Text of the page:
The generally accepted age of the universe is slightly less than 14 billion years. Given that the speed of light is a barrier for how fast things can travel through spacetime, one would think that the size of the universe would then be about 28 billion light-years in diameter. Not so! Because even though matter travelling through spacetime cannot reach the speed of light, spacetime itself can expand much faster than lightspeed. Recent research puts the estimated size of the universe at more than 250 times that of the visible universe.
Archive for the 'Space' Category
Everyone’s heard the phrase, “once in a blue moon.” Turns out it has nothing to do with the color of the moon at all, but instead refers to either two full moons within one calendar month or four full moons within a single season. The linked article attempts to explain it all, but concludes that the no single, precise definition exists. On a side note, I suggest you check out the memorable short story, “Blued Moon,” by Connie Willis, where incredible coincidences occur in Chugwater, Wyoming after chemical plant emissions turn the moon blue.
Thanks to Ciro for this link.
Somehow I’ve never considered that diamonds could have a melting point, much less that there may be oceans of liquid diamond on Uranus and Neptune. Turns out that solid diamond floats on liquid diamond, much like ice floats on water. Melting a diamond, however, is more complicated than just raising the temperature. The linked article explains all.
As I grow older, I’m amazed to see the creation of technologies that I once read about in science fiction books. The Japanese government is spending $22 billion on a project to put a large solar panel array in orbit that will generate energy and beam it down to the Earth.
Interorbital Systems is selling satellite kits for the low, low price of $8000—this includes launching the satellite into a low-Earth orbit that will be maintained for a few weeks. The kit has quite a bit of pre-configured hardware and software, but you can send pretty much whatever you want as long as it meets the size and weight requirements. I’m thinking this would be a great way to make a marriage proposal.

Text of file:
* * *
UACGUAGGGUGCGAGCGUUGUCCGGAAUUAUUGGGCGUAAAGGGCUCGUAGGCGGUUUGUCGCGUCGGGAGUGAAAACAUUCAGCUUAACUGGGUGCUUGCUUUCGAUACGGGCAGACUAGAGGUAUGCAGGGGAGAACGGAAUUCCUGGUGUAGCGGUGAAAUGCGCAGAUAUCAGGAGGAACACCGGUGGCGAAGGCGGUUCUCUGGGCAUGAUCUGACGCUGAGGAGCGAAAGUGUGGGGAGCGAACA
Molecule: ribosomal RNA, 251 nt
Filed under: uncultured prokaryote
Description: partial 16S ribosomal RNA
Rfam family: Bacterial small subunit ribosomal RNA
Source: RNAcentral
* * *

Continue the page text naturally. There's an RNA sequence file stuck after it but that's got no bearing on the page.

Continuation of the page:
It started out in the mid-1700s with the discovery of the five Lagrange points, relatively stable areas in a rotational system with two bodies (e.g., Earth/Moon or Earth/Sun). But the solar system, with its multitude of planets and moons, is much more complex. The forces exerted by gravity are changing all the time, sometimes stronger or weaker, sometimes in one direction then in another.
These dynamic forces can be modeled, and it’s possible to generate a low-energy flight path for a spacecraft, where it could (theoretically) use no fuel but instead be propelled through the solar system by these changing gravitational forces. In the real world, of course, some fuel is necessary, but it’s a minimal amount.
This type of spaceflight would not be suitable for human beings, as the path meanders significantly, taking much, much longer to reach a destination than a direct flight. But the interplanetary superhighway is ideal for certain types of unmanned probes. And kudos to the people who first came up with the idea—this is definitely thinking outside the box.
Thanks to Josh for the Lagrange point link.
Update: Here is some more recent information on this topic.
July 20th is the 40-year anniversary of humankind’s first walk on the Moon. To help celebrate, here are Ten Things You Didn’t Know About the Apollo 11 Moon Landing. My favorite is #7: “When Buzz Aldrin joined Armstrong on the surface, he had to make sure not to lock the Eagle’s door because there was no outer handle.”
Construction has started for Spaceport America. I believe we need to encourage commercial space travel as much as possible, or it will forever be the ultra high-priced monopoly of governments. It’s my hope that space travel will someday be as common as air travel is today.
The video in the linked article is from the International Space Station, and shows the stabilizing effect of gyroscopes. The demonstration is done in zero-gravity, and the “gyroscopes” are portable CD players.
This article is one of the more readable explanations that I’ve seen of how universes are created. It’s short and concise, yet manages to cover topics from quantum multiverses to what may exist outside of our universe.
The linked video is a bit long, but definitely worth watching. Astrophysicist Neil DeGrasse Tyson discusses the mechanics of being sucked into a black hole (spaghettification), as well as the possibility of the asteroid 99942 Apophis hitting Earth (and killing a lot of things in the process). Tyson also appeared on The Daily Show, where he covered some of the same topics.